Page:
Plasmas and Flames

Pyrometry can be applied to high-temperature low-pressure gases with solids or liquids entrained, or gases at a high enough pressure to radiate in a continuum[1]. SpectroPyrometry has been applied to various plasmas and flames with success.

Rocket Plume

Theoreticians wondered at the actual temperature of the rocket plume of a particular rocket motor. Not only was the emissivity of the plume unknown, but the measurement would also be complicated by the fact that these rockets fired for less than a second in testing. For a pyrometer to work on this challenging application, it must determine emissivity on its own and have very fast optics and electronics. It would have to store the results, or transmit them in real-time to an external storage device (or both). An FMPI SpectroPyrometer was tried successfully in this application. The FMPI can make a measurement in as little as a few microseconds (millionths of a second).

SpectroPyrometers report both tolerance and signal strength[2] with temperature. The graph below shows the temperature and signal strength for a rocket burn of around 0.8 seconds duration.

Temperature and signal strength of a rocket plume for a fractional-second burn

Temperature and signal strength of a rocket plume for a fractional-second burn. Here the signal strength is equal to the emissivity.

The constancy of temperature and signal strength are notable. Over three successive burns of the same engine, the temperature averaged 2740.7°C with a standard deviation of 1.8°C. The SpectroPyrometer’s tolerance for the three burns averaged 15.2°C for an on-line accuracy of 0.5%. It should be noted that if conventional pyrometry were to be applied to rocket plumes, the result would depend on estimates of the emissivity of the plume. For these measurements, the SpectroPyrometer determined the values of emissivity in real time. For this measurement setup, the Signal Strength is exactly equal to the emissivity. Interestingly, the measured temperatures agreed with the theoretical predictions.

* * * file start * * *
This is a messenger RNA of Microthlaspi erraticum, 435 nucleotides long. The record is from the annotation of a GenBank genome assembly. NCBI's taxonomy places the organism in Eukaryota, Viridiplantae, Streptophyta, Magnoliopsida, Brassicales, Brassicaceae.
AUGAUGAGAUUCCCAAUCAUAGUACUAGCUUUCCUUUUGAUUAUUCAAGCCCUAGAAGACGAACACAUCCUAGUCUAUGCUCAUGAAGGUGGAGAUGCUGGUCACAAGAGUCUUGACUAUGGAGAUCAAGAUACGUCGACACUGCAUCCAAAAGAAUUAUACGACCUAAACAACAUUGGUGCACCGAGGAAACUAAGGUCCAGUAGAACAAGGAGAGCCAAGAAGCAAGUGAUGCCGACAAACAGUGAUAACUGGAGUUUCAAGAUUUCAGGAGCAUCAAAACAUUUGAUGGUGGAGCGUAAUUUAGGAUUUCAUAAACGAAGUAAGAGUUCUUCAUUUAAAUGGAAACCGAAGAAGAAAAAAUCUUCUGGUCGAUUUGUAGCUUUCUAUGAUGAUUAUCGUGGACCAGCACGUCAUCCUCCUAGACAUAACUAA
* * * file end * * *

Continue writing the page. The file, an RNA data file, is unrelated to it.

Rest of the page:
Semiconductor Plasma Deposition

The deposition of materials on a substrate is often driven by plasmas, where the plasma can be generated by electric arc, laser, or some other means. The temperature of the depositing material is of interest both as a function of power generating the plasma and distance from the generator. An FMPI SpectroPyrometer was used to measure both of these dependencies for a plasma deposition process. It was clear that the depositing species was the source of the temperature measurement, as no thermal spectra was observed by the FMPI when the material was not in the plasma stream. As is seen in the chart below, the temperature was observed to be relatively constant with power, but changing with distance from the injection point of the depositing material.

Plasma temperatures and the on-line accuracy of those temperatures

Plasma temperatures and the on-line accuracy of those temperatures (Tolerance) for a deposition process, as measured by a FAR FMPI SpectroPyrometer.

The graph below presents the same temperature data with Signal Strength (emissivity) on the right side y-axis.

Plasma temperatures and on-line Signal Strength (emissivity) for a deposition process